When It’s Too Much To Share

Three anonymous questions:

– Hello Pastor Park, Quick question: How much should you share in small group? God wants us to be transparent and vulnerable but some things should be kept between you and God to keep intimacy with Him, no?? I am always encouraged by reading your entries! I learn so much through you teaching God’s word. Keep it up!

– I have been pretty honest about my struggle with porn on my blog because I think girls need to talk about it, but recently my boyfriend has gotten upset and asked me to disclose less information … Is he justified in saying that or is he being paranoid?

– Is the point of confessing your sins to each other as it says in the book of James only for accountability and community purposes? Why can’t someone confess only to God? … I had a friend who was rebuked on sharing something personal, so I’m confused as to when/ in front of whom is it appropriate to confess.

Hey friends, this is an excellent question that I often ask myself too.  I’ve been accused of being “too open” on my blog and when I preach on Sundays, and it’s a tough balance to know exactly when it’s TMI.

As always, I believe it comes down to one simple thing.

What is your primary motive in sharing your heart about these things?

When I first became a Christian, I was sort of the oddball in the group because of my sketchy past.  When we shared in Bible study, I would confess crazy things about streetfights and porn addiction and drinking binges, and the group would be fascinated.  The pastor would feel proud that I had been rescued out of a life of sin, and the others would love my thrilling stories.

But I was confessing these things out of a selfish, prideful, attention-hogging heart.  I loved it when people reacted with jaw-drops and looks of affirmation.  I even loved it when I told better stories than “I grew up in church and got saved.”  It was a terrible thing, and it took me a long time to see it.  It’s much less of a problem these days, but I still pray through these things to maximize God’s glory and humble myself.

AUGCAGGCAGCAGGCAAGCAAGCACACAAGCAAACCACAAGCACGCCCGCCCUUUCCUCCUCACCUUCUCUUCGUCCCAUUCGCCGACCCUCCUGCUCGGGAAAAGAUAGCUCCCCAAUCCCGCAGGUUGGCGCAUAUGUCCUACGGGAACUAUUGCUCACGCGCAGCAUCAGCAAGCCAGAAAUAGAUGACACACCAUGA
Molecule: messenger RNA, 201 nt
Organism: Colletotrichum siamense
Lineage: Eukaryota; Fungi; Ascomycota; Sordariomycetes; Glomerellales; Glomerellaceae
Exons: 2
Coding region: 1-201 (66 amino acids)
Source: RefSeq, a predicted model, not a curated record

You’ll really need to wrestle with your motives on this one.  While motives are a messy thing, we usually know what we’re doing when we set out to do it.  You secretly know if you’re just trying to get attention.  I can hear it in the voice of the vain shock-and-shlock preacher, the guy who confesses his criminal record during testimony time, the lady who continually victimizes herself in a self-pity-party.  It’s not hard to tell.

On the other hand, you cannot let anyone tell you about your motives.  No one knows that but you.  If we all go around rebuking each other for our honesty, then we end up shutting down any chance of vulnerability in the church.  We get dismissive of people too quickly when their problems don’t look like ours.

I really can’t stand it when people instantly jump to saying, “You’re using the victim-card.”  Because hey: vulnerable honesty is NOT playing the victim.  The church must be a place where we can be honest and expect only grace in return.  None of our motives are ever perfect anyway.  Of course we’ll have a tiny bit of a spotlight-mentality when we confess, but that doesn’t automatically mean you’re doing it all for attention.  Often a confession is just a cry for help, and I hope the church can give every person the equal love they need.

Also: Confessing to one another in church is healthy because it makes it real.  While I’m all for keeping it between you and God, it’s a different experience to look someone in the eye and expose the underbelly of your double-life.  Sometimes that look of love from your friend is enough in itself to overcome your issue and move forward.  I believe that’s part of what James 5:16 calls the healing.

So let’s make it simple.  Confess to God first, always.  Then ask Him for wisdom on if or how to share, whether on your blog or with your church.  Ask Him about your motives. Consider other people.

More often than not, most confessions keep a very small circle of just a few people, or even one.  If I must confess to people, I almost always start with just one: a friend or my pastor.  Usually we can share with a larger crowd once the issue has been resolved.  And if it involves other people, do everything you can to protect them.  We are not in the business of confessing other peoples’ sins.

Of course, there’s no easy formula for this sort of thing.  Every situation is different.  But remember: If no one else knows about your issue except you and God, then I hope you’re okay with that first.  In the end, it’s between you and Him anyway.

— J.S.

3 thoughts on “When It’s Too Much To Share

  1. Agreed. Motive matters more than action. That seems to be the message of the Sermon on the Mount.

    As to the James passage, I explain it this way: Confessing sin and divulging details of actions taken in that sin are not the same. I believe James is teaching us humility in encouraging us to admit when we lie without telling the lie that we told, or confessing lust without describing our lustful actions.



  2. Much wisdom here. Are you 200 years old? Seriously, I admit that I urge caution on confession in a group, unless the group has a track record of compassion and no gossip. But confession to a person (one or more) as you say has a special place in God’s family. It beats the opposite of putting up a front of holiness; we are human after all (Romans 3:23).


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